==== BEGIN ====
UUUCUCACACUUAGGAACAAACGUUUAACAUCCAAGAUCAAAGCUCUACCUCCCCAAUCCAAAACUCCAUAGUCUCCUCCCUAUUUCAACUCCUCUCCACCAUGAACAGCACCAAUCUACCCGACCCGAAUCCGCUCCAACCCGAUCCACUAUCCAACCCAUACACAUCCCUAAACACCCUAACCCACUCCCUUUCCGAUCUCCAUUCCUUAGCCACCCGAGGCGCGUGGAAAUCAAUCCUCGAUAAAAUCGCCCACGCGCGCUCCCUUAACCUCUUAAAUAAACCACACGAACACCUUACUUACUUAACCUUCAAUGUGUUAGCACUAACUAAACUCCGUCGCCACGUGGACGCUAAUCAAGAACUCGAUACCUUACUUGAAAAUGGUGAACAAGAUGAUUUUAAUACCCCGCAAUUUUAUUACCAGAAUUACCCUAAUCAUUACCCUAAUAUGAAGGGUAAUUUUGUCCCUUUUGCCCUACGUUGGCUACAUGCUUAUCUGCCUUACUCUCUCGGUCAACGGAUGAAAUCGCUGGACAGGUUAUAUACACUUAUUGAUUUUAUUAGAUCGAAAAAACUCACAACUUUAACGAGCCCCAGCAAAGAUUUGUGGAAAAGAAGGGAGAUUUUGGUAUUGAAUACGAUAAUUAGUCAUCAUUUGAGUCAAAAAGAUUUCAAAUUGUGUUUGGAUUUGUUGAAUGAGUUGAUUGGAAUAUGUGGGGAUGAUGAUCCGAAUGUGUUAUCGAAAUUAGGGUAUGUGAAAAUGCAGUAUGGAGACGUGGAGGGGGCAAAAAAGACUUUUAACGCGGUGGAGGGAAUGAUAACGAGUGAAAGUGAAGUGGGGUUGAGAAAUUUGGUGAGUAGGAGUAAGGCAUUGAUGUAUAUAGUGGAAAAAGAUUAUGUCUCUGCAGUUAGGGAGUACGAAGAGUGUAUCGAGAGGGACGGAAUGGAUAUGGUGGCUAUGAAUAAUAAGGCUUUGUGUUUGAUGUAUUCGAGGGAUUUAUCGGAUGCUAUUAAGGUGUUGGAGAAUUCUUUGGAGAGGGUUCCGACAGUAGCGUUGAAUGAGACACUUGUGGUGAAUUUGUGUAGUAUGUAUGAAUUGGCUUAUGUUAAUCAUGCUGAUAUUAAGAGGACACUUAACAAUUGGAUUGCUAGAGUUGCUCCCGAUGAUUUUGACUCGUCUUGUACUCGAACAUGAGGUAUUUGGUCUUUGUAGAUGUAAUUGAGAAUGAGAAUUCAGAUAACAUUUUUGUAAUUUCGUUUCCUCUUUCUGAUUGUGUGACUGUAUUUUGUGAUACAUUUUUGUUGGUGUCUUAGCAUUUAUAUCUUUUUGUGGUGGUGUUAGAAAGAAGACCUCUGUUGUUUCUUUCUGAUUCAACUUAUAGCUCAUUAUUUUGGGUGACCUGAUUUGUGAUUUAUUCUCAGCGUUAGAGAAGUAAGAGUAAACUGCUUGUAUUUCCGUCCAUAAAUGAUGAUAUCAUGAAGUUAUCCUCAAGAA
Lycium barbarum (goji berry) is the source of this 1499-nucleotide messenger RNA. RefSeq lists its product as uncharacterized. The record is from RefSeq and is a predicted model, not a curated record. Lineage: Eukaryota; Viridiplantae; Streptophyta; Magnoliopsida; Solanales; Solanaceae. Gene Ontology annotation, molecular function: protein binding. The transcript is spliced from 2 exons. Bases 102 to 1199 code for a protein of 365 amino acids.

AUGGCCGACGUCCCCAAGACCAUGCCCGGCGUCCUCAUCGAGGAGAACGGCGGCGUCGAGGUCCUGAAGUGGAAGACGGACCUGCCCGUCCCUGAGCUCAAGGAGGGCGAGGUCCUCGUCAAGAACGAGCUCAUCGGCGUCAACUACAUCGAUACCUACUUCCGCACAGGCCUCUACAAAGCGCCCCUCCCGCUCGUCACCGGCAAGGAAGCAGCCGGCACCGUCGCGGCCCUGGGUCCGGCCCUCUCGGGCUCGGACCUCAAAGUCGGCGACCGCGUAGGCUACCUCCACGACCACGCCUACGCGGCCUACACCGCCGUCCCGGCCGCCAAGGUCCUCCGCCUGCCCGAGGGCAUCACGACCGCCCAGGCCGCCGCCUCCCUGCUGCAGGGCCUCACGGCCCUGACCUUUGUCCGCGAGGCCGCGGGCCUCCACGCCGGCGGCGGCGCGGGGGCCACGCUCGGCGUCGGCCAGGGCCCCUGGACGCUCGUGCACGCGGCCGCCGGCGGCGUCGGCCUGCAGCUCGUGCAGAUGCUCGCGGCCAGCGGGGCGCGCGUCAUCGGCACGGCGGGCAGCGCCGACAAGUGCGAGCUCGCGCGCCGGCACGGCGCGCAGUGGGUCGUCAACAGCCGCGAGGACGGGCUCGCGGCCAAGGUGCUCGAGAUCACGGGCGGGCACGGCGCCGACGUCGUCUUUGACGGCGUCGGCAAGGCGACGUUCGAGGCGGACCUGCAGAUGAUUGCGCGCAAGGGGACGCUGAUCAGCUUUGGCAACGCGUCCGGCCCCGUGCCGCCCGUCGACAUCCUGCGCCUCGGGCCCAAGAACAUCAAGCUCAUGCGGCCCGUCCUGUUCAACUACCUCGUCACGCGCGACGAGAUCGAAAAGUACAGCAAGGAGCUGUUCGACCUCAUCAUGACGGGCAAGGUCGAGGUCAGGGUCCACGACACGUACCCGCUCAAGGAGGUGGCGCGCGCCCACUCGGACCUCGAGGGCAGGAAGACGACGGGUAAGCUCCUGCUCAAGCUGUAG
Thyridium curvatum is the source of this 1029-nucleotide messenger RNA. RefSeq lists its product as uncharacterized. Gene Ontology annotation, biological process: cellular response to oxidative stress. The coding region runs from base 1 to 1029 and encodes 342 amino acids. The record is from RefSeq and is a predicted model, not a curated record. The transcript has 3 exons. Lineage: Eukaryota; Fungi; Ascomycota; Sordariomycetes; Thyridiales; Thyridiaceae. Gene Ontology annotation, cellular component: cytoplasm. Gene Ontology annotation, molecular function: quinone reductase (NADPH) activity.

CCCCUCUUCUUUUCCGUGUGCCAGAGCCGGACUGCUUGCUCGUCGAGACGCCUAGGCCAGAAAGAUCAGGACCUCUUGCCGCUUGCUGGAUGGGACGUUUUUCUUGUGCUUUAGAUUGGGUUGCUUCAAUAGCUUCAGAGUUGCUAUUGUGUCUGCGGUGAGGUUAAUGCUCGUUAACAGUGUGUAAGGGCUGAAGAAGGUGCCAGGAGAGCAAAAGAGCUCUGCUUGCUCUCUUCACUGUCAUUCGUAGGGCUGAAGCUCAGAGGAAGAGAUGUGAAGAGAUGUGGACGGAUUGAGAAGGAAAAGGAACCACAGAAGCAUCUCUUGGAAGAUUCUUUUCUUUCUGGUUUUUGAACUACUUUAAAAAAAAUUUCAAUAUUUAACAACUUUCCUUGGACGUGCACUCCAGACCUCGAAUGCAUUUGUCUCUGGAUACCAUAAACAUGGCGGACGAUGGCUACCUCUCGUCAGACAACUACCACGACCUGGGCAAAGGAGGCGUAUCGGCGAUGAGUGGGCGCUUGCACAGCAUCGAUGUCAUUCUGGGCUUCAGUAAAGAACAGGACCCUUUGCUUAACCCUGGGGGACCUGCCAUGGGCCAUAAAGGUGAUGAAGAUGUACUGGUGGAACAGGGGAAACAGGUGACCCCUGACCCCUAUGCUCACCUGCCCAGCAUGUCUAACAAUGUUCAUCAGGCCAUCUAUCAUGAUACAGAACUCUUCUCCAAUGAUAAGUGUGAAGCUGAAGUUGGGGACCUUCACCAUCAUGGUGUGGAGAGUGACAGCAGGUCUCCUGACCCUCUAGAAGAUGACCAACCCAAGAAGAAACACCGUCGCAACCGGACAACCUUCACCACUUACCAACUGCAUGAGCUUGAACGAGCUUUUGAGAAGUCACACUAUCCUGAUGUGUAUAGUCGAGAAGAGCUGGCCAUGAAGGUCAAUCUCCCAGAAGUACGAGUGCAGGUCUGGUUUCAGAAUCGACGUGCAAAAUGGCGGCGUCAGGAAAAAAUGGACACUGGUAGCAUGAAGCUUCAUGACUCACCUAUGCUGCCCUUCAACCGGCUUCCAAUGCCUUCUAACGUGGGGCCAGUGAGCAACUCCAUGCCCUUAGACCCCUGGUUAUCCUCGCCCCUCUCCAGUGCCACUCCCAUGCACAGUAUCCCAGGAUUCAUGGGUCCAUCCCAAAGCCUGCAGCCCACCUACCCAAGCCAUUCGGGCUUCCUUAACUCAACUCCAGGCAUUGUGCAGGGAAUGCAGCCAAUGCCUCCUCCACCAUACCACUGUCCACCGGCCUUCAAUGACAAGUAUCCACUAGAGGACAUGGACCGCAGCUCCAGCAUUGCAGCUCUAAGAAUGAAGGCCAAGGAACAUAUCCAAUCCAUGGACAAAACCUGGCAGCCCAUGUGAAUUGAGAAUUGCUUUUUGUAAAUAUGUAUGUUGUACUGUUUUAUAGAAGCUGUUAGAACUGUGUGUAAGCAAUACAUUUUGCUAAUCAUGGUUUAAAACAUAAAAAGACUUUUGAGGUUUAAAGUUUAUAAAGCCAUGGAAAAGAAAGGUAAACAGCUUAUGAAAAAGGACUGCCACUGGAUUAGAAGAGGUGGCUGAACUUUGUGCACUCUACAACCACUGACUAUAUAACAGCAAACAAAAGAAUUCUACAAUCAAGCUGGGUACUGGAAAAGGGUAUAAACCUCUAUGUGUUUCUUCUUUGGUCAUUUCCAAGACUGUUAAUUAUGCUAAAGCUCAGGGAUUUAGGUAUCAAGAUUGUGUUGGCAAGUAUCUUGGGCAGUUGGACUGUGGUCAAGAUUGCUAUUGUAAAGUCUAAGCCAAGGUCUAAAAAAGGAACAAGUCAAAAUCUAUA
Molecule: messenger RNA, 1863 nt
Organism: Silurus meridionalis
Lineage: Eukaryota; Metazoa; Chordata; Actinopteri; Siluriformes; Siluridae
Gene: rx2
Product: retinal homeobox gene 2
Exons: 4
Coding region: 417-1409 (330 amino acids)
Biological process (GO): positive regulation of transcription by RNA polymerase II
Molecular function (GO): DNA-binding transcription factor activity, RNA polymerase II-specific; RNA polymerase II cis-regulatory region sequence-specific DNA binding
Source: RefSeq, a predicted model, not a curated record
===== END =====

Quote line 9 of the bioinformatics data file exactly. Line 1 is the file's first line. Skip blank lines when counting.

Gene: rx2